Telecommuting Essay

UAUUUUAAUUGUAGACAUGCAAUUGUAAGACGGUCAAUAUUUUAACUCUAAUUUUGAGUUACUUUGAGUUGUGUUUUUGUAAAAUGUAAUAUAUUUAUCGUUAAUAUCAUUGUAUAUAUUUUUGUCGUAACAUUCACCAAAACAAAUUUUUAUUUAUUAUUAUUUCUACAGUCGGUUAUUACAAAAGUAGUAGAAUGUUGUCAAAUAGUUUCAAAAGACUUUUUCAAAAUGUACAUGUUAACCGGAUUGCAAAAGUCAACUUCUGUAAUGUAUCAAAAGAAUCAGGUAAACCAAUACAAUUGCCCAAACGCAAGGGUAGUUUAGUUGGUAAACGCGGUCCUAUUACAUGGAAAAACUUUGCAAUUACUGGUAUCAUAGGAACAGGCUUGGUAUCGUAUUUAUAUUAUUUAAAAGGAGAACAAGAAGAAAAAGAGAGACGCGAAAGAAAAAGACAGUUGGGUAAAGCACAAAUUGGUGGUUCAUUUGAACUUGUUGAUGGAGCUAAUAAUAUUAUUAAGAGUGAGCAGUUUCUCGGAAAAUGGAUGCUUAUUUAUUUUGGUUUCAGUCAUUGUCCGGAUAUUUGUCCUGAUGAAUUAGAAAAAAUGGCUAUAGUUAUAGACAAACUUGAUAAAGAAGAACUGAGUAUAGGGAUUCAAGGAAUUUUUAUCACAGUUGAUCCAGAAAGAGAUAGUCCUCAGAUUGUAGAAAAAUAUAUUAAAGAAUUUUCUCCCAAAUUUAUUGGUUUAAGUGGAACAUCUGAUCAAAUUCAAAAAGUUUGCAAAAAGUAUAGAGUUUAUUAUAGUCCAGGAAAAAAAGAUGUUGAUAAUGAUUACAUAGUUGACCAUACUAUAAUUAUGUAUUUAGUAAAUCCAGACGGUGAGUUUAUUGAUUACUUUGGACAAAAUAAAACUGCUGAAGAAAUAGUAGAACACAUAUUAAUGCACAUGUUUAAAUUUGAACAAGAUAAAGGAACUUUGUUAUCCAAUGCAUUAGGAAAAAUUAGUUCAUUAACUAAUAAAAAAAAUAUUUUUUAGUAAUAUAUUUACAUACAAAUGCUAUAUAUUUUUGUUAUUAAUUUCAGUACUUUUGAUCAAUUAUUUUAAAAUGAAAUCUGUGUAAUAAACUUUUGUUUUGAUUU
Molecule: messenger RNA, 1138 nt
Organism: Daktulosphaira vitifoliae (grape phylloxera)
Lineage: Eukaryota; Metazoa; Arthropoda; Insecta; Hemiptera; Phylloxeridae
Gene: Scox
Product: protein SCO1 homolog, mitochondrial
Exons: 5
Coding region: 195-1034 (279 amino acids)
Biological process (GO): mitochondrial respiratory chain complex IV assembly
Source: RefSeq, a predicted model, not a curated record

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With the recent decision by Marissa Mayer, CEO of Yahoo Inc., to end work-from-home arrangements, companies cannot help but question their own policies of “telecommuting”, as Jack Nilles coined the term in 1973. As a young child rearing woman as CEO of a major corporation, Marissa Mayer turned from a role model to a disappointment for many working moms. Best Buy immediately followed suit a week later and ended its own program of telecommuting. Before other companies follow this trend and endure potential consequences, they must consider the extensive benefits telecommuting generates to an organization, its workers, and society as many studies support both domestically and internationally. Prior to the industrial revolution, selected workers worked from home, typically part time, in what was known as the “cottage industry”. Most of these workers were farmers with seasonal occupation, and took up manual labor such as sewing or some other type of manufacturing during the winter for extra income. While today’s cottage industries include such work as envelope stuffers and eBay sellers, the majority of those who work at home morphed from manual labor into two different major characteristics of workers: those with communication links to their office, and those who are knowledge workers such as professionals and managers (Bélanger, 1999). These new types of workers are not merely supplementing their income, but are telecommuting as part of their fulltime professions. The reasons for growth in the new era of telecommuting are due to the numerous expected benefits to both companies and workers, such as increases in productivity, organizational loyalty and belonging, increases in job satisfaction, employee retention and attraction, savings of office space, increased flexibility and improved moral (Bélanger, 1999; Bailey & Kurland, 2002), as well as complying with the

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